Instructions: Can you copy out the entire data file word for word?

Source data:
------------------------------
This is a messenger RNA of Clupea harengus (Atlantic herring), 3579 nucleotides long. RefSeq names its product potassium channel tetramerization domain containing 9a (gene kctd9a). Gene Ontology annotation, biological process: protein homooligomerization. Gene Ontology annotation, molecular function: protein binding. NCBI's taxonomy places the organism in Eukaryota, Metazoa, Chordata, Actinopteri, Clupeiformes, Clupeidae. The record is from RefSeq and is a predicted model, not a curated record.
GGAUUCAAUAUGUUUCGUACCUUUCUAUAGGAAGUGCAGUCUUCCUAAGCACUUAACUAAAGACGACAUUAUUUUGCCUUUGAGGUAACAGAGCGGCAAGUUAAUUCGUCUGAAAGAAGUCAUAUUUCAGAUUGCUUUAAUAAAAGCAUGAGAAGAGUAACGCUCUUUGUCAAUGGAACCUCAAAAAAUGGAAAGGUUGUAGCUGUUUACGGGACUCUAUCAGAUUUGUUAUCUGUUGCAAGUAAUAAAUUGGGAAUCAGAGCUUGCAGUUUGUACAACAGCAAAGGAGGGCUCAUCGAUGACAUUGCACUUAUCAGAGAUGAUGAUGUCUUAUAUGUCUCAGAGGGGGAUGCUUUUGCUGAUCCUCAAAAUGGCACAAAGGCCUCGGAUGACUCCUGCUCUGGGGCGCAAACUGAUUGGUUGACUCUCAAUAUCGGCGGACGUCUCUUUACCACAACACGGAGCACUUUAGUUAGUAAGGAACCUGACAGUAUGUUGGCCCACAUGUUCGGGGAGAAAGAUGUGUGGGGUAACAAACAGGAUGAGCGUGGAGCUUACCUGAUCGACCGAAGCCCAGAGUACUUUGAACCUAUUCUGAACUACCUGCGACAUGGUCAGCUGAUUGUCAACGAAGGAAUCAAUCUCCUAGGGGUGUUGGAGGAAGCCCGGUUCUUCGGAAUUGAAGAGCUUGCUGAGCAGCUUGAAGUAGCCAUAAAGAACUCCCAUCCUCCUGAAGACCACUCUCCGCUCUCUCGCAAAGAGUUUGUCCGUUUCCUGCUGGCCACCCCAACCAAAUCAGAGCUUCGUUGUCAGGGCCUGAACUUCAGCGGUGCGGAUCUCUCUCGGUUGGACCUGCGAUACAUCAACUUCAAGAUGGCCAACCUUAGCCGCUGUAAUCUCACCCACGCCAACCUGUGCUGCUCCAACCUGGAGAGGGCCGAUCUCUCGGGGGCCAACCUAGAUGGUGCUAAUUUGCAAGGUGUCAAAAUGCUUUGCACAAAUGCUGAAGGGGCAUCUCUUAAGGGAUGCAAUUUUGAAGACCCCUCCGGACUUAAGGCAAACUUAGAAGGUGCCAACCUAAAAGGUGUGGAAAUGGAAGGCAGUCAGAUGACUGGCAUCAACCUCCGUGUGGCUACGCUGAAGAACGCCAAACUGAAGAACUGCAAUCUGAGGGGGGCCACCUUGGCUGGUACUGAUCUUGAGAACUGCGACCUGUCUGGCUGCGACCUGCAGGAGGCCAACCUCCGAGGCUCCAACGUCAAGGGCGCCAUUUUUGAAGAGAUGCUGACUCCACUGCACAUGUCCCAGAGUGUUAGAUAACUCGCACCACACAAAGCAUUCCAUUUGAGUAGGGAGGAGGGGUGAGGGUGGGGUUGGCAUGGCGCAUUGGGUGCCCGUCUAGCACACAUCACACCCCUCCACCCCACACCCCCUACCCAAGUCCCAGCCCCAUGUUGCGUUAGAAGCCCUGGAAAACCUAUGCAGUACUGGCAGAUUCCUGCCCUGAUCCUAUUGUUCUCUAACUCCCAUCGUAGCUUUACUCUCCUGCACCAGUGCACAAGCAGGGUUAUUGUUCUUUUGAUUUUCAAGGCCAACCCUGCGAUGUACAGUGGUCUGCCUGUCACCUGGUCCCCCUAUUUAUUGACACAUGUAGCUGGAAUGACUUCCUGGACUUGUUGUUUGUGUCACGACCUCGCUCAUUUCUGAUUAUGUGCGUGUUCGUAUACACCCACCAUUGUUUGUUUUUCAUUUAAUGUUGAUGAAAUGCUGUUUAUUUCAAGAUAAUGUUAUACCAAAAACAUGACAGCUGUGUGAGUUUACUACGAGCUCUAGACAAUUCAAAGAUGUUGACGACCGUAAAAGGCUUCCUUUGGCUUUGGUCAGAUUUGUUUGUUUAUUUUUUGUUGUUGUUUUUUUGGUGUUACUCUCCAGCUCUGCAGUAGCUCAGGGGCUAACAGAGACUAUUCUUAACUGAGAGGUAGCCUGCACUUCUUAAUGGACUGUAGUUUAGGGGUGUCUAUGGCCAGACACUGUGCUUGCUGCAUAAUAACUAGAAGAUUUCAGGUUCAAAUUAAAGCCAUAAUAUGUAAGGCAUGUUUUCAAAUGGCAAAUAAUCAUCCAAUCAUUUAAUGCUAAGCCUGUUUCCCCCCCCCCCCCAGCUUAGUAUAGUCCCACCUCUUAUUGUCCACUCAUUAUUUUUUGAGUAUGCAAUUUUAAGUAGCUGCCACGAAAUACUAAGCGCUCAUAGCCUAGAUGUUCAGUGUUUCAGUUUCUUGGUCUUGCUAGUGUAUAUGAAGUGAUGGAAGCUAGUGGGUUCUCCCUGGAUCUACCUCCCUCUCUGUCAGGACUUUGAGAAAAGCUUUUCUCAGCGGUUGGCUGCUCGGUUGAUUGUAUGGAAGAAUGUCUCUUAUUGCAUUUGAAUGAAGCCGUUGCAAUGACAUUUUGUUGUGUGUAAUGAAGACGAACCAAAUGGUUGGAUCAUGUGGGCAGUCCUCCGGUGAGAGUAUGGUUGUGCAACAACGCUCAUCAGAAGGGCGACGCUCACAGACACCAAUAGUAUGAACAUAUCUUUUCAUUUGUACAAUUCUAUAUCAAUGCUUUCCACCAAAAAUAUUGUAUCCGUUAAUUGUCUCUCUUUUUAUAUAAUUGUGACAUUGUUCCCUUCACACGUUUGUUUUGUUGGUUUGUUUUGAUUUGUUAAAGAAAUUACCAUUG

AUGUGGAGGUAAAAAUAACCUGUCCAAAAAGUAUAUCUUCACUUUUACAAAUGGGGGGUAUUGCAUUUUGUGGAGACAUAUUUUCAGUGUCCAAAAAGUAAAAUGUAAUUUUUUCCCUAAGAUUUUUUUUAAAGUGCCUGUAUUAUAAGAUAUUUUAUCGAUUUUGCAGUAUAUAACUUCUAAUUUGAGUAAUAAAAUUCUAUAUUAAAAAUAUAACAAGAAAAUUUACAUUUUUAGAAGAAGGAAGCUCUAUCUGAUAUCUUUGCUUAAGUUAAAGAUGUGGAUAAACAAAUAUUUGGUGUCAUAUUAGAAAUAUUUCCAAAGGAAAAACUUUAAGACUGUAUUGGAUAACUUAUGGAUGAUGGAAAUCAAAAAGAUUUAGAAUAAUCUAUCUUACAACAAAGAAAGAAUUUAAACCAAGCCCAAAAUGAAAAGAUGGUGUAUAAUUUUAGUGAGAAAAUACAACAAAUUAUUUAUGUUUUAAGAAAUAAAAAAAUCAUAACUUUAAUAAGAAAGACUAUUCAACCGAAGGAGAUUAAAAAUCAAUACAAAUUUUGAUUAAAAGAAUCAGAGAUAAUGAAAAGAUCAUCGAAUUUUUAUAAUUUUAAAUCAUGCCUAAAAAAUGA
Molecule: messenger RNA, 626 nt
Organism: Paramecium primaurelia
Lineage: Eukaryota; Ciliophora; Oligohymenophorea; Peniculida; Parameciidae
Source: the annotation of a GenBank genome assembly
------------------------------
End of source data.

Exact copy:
This is a messenger RNA of Clupea harengus (Atlantic herring), 3579 nucleotides long. RefSeq names its product potassium channel tetramerization domain containing 9a (gene kctd9a). Gene Ontology annotation, biological process: protein homooligomerization. Gene Ontology annotation, molecular function: protein binding. NCBI's taxonomy places the organism in Eukaryota, Metazoa, Chordata, Actinopteri, Clupeiformes, Clupeidae. The record is from RefSeq and is a predicted model, not a curated record.
GGAUUCAAUAUGUUUCGUACCUUUCUAUAGGAAGUGCAGUCUUCCUAAGCACUUAACUAAAGACGACAUUAUUUUGCCUUUGAGGUAACAGAGCGGCAAGUUAAUUCGUCUGAAAGAAGUCAUAUUUCAGAUUGCUUUAAUAAAAGCAUGAGAAGAGUAACGCUCUUUGUCAAUGGAACCUCAAAAAAUGGAAAGGUUGUAGCUGUUUACGGGACUCUAUCAGAUUUGUUAUCUGUUGCAAGUAAUAAAUUGGGAAUCAGAGCUUGCAGUUUGUACAACAGCAAAGGAGGGCUCAUCGAUGACAUUGCACUUAUCAGAGAUGAUGAUGUCUUAUAUGUCUCAGAGGGGGAUGCUUUUGCUGAUCCUCAAAAUGGCACAAAGGCCUCGGAUGACUCCUGCUCUGGGGCGCAAACUGAUUGGUUGACUCUCAAUAUCGGCGGACGUCUCUUUACCACAACACGGAGCACUUUAGUUAGUAAGGAACCUGACAGUAUGUUGGCCCACAUGUUCGGGGAGAAAGAUGUGUGGGGUAACAAACAGGAUGAGCGUGGAGCUUACCUGAUCGACCGAAGCCCAGAGUACUUUGAACCUAUUCUGAACUACCUGCGACAUGGUCAGCUGAUUGUCAACGAAGGAAUCAAUCUCCUAGGGGUGUUGGAGGAAGCCCGGUUCUUCGGAAUUGAAGAGCUUGCUGAGCAGCUUGAAGUAGCCAUAAAGAACUCCCAUCCUCCUGAAGACCACUCUCCGCUCUCUCGCAAAGAGUUUGUCCGUUUCCUGCUGGCCACCCCAACCAAAUCAGAGCUUCGUUGUCAGGGCCUGAACUUCAGCGGUGCGGAUCUCUCUCGGUUGGACCUGCGAUACAUCAACUUCAAGAUGGCCAACCUUAGCCGCUGUAAUCUCACCCACGCCAACCUGUGCUGCUCCAACCUGGAGAGGGCCGAUCUCUCGGGGGCCAACCUAGAUGGUGCUAAUUUGCAAGGUGUCAAAAUGCUUUGCACAAAUGCUGAAGGGGCAUCUCUUAAGGGAUGCAAUUUUGAAGACCCCUCCGGACUUAAGGCAAACUUAGAAGGUGCCAACCUAAAAGGUGUGGAAAUGGAAGGCAGUCAGAUGACUGGCAUCAACCUCCGUGUGGCUACGCUGAAGAACGCCAAACUGAAGAACUGCAAUCUGAGGGGGGCCACCUUGGCUGGUACUGAUCUUGAGAACUGCGACCUGUCUGGCUGCGACCUGCAGGAGGCCAACCUCCGAGGCUCCAACGUCAAGGGCGCCAUUUUUGAAGAGAUGCUGACUCCACUGCACAUGUCCCAGAGUGUUAGAUAACUCGCACCACACAAAGCAUUCCAUUUGAGUAGGGAGGAGGGGUGAGGGUGGGGUUGGCAUGGCGCAUUGGGUGCCCGUCUAGCACACAUCACACCCCUCCACCCCACACCCCCUACCCAAGUCCCAGCCCCAUGUUGCGUUAGAAGCCCUGGAAAACCUAUGCAGUACUGGCAGAUUCCUGCCCUGAUCCUAUUGUUCUCUAACUCCCAUCGUAGCUUUACUCUCCUGCACCAGUGCACAAGCAGGGUUAUUGUUCUUUUGAUUUUCAAGGCCAACCCUGCGAUGUACAGUGGUCUGCCUGUCACCUGGUCCCCCUAUUUAUUGACACAUGUAGCUGGAAUGACUUCCUGGACUUGUUGUUUGUGUCACGACCUCGCUCAUUUCUGAUUAUGUGCGUGUUCGUAUACACCCACCAUUGUUUGUUUUUCAUUUAAUGUUGAUGAAAUGCUGUUUAUUUCAAGAUAAUGUUAUACCAAAAACAUGACAGCUGUGUGAGUUUACUACGAGCUCUAGACAAUUCAAAGAUGUUGACGACCGUAAAAGGCUUCCUUUGGCUUUGGUCAGAUUUGUUUGUUUAUUUUUUGUUGUUGUUUUUUUGGUGUUACUCUCCAGCUCUGCAGUAGCUCAGGGGCUAACAGAGACUAUUCUUAACUGAGAGGUAGCCUGCACUUCUUAAUGGACUGUAGUUUAGGGGUGUCUAUGGCCAGACACUGUGCUUGCUGCAUAAUAACUAGAAGAUUUCAGGUUCAAAUUAAAGCCAUAAUAUGUAAGGCAUGUUUUCAAAUGGCAAAUAAUCAUCCAAUCAUUUAAUGCUAAGCCUGUUUCCCCCCCCCCCCCAGCUUAGUAUAGUCCCACCUCUUAUUGUCCACUCAUUAUUUUUUGAGUAUGCAAUUUUAAGUAGCUGCCACGAAAUACUAAGCGCUCAUAGCCUAGAUGUUCAGUGUUUCAGUUUCUUGGUCUUGCUAGUGUAUAUGAAGUGAUGGAAGCUAGUGGGUUCUCCCUGGAUCUACCUCCCUCUCUGUCAGGACUUUGAGAAAAGCUUUUCUCAGCGGUUGGCUGCUCGGUUGAUUGUAUGGAAGAAUGUCUCUUAUUGCAUUUGAAUGAAGCCGUUGCAAUGACAUUUUGUUGUGUGUAAUGAAGACGAACCAAAUGGUUGGAUCAUGUGGGCAGUCCUCCGGUGAGAGUAUGGUUGUGCAACAACGCUCAUCAGAAGGGCGACGCUCACAGACACCAAUAGUAUGAACAUAUCUUUUCAUUUGUACAAUUCUAUAUCAAUGCUUUCCACCAAAAAUAUUGUAUCCGUUAAUUGUCUCUCUUUUUAUAUAAUUGUGACAUUGUUCCCUUCACACGUUUGUUUUGUUGGUUUGUUUUGAUUUGUUAAAGAAAUUACCAUUG

AUGUGGAGGUAAAAAUAACCUGUCCAAAAAGUAUAUCUUCACUUUUACAAAUGGGGGGUAUUGCAUUUUGUGGAGACAUAUUUUCAGUGUCCAAAAAGUAAAAUGUAAUUUUUUCCCUAAGAUUUUUUUUAAAGUGCCUGUAUUAUAAGAUAUUUUAUCGAUUUUGCAGUAUAUAACUUCUAAUUUGAGUAAUAAAAUUCUAUAUUAAAAAUAUAACAAGAAAAUUUACAUUUUUAGAAGAAGGAAGCUCUAUCUGAUAUCUUUGCUUAAGUUAAAGAUGUGGAUAAACAAAUAUUUGGUGUCAUAUUAGAAAUAUUUCCAAAGGAAAAACUUUAAGACUGUAUUGGAUAACUUAUGGAUGAUGGAAAUCAAAAAGAUUUAGAAUAAUCUAUCUUACAACAAAGAAAGAAUUUAAACCAAGCCCAAAAUGAAAAGAUGGUGUAUAAUUUUAGUGAGAAAAUACAACAAAUUAUUUAUGUUUUAAGAAAUAAAAAAAUCAUAACUUUAAUAAGAAAGACUAUUCAACCGAAGGAGAUUAAAAAUCAAUACAAAUUUUGAUUAAAAGAAUCAGAGAUAAUGAAAAGAUCAUCGAAUUUUUAUAAUUUUAAAUCAUGCCUAAAAAAUGA
Molecule: messenger RNA, 626 nt
Organism: Paramecium primaurelia
Lineage: Eukaryota; Ciliophora; Oligohymenophorea; Peniculida; Parameciidae
Source: the annotation of a GenBank genome assembly